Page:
Social security programs first appeared in Europe in response to families moving from farming to working for others as the world became industrialized.
Germany established the first social security program way back in 1889.
In the United States, the Great Depression triggered an economic crisis that caused millions of seniors to become impoverished.
President Franklin D. Roosevelt passed the Social Security Act in 1935 in an attempt to provide economic security for the elderly.
Who Pays for Social Security?
Social Security is not a federally funded program; it is funded entirely by payroll taxes. Employees and employers both contribute 6.2% of the worker’s earnings to Social Security, for a total of 12.4%.
Self-employed individuals pay both the employee and employer share.
Who Can Receive Social Security Benefits?
In general, the following people may qualify for Social Security benefits:
- Spouses of retirees
- Widows and widowers
- Dependent children of retired and deceased workers
- Disabled people
According to the Social Security Administration, about one in six people in the United States collects Social Security benefits.
While most of these are made up of retired workers (almost 40 million), about six million spouses and children of retired and deceased workers also receive benefits. Social Security also pays out disability benefits to approximately 10 million disabled workers, including their spouses and children.
Under the original Social Security retirement program, only workers received benefits , and only retirement benefits (there were no survivor or disability benefits under the original Social Security program). In 1939, the act was amended to provide benefits to spouses and children for both retired and deceased workers.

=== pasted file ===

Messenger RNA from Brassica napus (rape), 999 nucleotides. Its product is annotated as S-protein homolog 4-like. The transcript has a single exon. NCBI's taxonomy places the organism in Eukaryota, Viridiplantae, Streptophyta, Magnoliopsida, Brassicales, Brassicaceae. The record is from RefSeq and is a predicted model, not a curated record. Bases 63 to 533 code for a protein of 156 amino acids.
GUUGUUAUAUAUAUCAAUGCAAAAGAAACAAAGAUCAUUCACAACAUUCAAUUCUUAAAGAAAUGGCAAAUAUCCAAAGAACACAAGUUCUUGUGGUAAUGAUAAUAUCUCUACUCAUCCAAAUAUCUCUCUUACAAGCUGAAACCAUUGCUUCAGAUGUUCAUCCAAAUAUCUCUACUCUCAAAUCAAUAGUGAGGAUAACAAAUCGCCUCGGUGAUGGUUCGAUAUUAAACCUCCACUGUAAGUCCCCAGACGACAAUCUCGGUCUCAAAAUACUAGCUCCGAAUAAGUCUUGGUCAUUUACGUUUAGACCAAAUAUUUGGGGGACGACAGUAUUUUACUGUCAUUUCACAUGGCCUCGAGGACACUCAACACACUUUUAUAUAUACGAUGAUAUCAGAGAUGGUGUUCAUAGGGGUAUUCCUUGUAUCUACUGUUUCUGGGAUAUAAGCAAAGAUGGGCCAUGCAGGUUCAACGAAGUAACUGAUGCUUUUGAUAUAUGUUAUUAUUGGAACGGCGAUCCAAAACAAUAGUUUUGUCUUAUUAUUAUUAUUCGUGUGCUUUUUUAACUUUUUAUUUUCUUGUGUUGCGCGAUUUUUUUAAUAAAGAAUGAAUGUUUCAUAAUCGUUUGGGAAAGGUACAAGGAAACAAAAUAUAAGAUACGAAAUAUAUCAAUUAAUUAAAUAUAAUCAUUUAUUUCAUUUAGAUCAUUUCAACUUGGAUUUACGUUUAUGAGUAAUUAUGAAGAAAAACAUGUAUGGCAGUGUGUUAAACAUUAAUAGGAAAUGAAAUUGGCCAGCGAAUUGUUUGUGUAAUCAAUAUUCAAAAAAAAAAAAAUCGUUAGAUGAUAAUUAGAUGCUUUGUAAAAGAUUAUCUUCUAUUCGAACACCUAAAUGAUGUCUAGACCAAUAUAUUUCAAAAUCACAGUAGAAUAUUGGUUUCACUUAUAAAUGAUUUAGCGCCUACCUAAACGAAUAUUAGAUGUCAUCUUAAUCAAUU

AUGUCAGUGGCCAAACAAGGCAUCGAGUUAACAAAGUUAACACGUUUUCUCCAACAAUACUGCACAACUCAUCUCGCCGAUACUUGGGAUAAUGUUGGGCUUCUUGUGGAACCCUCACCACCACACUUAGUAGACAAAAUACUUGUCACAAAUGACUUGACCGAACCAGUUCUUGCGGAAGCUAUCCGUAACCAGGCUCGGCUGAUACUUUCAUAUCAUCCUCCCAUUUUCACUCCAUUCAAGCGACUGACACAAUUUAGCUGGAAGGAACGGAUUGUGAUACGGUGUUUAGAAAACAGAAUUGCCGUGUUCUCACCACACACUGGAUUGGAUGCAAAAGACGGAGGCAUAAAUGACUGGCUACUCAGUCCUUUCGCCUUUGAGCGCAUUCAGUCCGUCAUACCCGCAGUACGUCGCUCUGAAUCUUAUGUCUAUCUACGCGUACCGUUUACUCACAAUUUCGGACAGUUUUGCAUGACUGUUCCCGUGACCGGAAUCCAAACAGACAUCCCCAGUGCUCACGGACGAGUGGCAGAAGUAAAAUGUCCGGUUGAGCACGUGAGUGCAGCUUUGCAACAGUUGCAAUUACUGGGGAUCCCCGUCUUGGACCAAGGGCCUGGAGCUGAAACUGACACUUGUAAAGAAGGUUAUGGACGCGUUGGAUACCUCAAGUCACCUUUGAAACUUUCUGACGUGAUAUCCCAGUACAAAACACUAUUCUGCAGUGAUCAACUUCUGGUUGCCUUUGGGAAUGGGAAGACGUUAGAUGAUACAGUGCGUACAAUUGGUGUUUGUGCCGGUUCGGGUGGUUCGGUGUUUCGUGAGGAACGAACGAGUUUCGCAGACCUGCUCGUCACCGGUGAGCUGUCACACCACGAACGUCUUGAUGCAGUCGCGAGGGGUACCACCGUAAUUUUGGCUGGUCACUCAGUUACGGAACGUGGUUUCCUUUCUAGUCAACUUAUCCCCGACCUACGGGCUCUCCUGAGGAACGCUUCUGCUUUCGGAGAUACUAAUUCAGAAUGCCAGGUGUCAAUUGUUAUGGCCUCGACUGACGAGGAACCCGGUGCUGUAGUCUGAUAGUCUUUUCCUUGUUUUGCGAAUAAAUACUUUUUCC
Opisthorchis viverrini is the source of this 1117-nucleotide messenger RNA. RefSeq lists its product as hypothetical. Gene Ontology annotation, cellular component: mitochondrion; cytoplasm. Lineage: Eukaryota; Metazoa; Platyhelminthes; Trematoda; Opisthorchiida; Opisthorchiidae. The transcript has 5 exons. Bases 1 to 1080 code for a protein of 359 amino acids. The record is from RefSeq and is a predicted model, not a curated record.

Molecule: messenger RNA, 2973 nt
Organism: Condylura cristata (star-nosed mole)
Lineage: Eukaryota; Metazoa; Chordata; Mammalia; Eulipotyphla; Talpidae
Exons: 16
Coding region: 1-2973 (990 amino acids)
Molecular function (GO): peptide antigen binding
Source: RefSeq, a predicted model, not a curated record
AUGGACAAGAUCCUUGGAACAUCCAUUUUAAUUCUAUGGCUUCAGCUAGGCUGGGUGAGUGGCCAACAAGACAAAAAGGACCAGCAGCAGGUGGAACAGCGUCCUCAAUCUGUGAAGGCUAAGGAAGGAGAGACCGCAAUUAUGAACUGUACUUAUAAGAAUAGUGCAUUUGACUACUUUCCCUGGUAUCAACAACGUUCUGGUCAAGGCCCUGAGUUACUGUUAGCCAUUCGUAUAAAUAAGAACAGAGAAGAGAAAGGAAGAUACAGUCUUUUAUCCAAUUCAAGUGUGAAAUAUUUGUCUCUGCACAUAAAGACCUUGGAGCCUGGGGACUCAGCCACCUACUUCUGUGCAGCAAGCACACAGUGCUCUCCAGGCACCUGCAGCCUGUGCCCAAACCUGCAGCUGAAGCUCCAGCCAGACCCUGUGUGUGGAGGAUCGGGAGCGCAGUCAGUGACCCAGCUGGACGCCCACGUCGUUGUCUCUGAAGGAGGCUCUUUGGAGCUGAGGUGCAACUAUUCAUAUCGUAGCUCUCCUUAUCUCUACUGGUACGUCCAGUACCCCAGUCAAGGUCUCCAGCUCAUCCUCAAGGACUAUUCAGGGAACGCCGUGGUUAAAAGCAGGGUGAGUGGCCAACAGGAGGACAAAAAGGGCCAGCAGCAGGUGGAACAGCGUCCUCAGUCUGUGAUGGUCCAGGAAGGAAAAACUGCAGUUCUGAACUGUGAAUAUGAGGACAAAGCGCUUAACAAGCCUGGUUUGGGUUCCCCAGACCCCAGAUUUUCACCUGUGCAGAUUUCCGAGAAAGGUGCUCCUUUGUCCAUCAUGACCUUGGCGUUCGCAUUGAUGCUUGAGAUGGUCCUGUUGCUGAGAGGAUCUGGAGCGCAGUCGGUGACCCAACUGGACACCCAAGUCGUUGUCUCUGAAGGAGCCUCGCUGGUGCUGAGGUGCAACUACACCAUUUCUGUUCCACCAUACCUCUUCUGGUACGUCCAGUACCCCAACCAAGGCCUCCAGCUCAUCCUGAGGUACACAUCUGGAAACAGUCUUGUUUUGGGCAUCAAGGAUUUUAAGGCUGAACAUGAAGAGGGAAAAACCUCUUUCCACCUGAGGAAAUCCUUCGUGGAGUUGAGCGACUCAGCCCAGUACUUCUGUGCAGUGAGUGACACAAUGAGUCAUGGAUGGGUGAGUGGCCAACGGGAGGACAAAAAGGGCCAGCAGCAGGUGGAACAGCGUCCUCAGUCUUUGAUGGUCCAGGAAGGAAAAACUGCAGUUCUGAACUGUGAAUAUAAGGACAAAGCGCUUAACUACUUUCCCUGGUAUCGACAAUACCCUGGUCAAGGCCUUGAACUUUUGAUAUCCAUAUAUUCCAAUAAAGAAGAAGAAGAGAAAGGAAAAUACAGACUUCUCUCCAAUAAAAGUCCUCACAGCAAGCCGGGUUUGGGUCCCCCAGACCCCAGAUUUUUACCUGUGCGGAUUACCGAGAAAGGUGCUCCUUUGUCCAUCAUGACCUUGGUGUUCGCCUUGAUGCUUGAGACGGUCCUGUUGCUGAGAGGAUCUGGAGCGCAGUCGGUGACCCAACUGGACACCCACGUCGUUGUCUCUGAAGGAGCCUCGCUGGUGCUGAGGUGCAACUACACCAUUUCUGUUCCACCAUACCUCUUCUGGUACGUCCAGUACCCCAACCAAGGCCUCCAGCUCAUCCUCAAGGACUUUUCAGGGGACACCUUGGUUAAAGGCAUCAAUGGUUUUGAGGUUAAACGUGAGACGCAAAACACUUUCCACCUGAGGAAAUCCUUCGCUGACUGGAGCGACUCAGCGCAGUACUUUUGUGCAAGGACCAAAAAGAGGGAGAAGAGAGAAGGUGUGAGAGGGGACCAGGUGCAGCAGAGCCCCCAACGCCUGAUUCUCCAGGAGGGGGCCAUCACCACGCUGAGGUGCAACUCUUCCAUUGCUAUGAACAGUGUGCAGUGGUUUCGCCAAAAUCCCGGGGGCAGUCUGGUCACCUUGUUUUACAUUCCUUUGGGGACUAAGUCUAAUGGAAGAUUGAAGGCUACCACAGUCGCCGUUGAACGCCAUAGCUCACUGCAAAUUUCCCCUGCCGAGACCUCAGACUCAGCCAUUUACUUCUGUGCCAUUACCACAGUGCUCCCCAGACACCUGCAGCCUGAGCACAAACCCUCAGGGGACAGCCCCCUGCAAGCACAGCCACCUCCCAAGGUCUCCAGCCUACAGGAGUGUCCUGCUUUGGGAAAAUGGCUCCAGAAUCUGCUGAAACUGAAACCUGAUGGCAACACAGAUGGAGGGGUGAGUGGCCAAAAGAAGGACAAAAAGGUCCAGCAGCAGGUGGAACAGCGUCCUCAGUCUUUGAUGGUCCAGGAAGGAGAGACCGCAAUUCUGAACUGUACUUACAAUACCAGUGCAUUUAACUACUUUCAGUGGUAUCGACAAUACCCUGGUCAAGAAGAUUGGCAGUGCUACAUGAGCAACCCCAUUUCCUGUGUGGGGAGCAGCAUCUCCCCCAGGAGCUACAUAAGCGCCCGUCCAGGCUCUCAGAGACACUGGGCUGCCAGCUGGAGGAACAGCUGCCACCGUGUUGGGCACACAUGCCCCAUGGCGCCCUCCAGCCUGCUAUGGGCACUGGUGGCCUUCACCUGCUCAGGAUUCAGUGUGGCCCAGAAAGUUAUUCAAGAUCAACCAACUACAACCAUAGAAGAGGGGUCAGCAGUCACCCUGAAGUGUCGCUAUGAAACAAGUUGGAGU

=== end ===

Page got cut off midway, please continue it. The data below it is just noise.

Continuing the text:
The monthly retirement benefit didn’t begin until 1940, and the first recipient was Ida May Fuller, a retired legal secretary. Ida May continued to receive benefits until she died at age 100.
Since then the program has been amended to include cost of living adjustments (COLAs), and disability benefits. Medicare wasn’t introduced until the 1960s.
When Can You Receive Social Security?
As I mentioned in Social Security Retirement Age: When Can You Retire?,
the original retirement age was 65 (there was no early retirement). The law was changed in 1956 to allow women to apply at age 62, under the assumption that wives were younger than their husbands and that they would want to retire at the same time.
I find it interesting that men were not allowed to apply for benefits at age 62 until the law was amended again in 1961. Of course, under the current Social Security system, both men and women can apply as early as age 62 or as late as age 70.
For people retiring now (born between 1943-1954), the full retirement age is 66. The full retirement age for people born after 1954 will gradually increase to age 67.
Early retirement age is still 62, however, your benefits will be reduced if you take them before your full retirement age. As the full retirement age increases, so will the penalty for taking benefits early.
The rules for survivors are a little different. Widows and widowers can collect survivor benefits as early as age 60. Similar to retirement benefits, survivor benefits will be reduced if you take them before you reach full retirement age.
In some cases, children may also qualify for Social Security. Unmarried children under the age of 18 (under the age of 22 if disabled) may qualify for benefits if a parent is deceased or even just retired.
There is no age requirement for disability benefits, however, they are in part based on how much you have worked, so you must be at least working age to receive disability benefits.
How much can you receive?
Retirement benefits are based on the number of years you have worked and the amount you earned (and thus contributed to Social Security) during those years.
To be more specific, your full retirement benefit (also called the primary insurance amount) is the average of your top 35 years of earnings.
You will receive the primary insurance amount if you retire at your full retirement age. If you collect benefits early the amount will be reduced for every month you collect before you reach full retirement age. This discount can be as high as 30% depending on your year of birth and how early you apply for benefits.
On the flip side, if you delay your benefits beyond the full retirement age, you will receive a larger amount. Your benefits will increase by 8 percent for each year that you wait to collect.
To see the full history of Social Security, please visit Social Security History.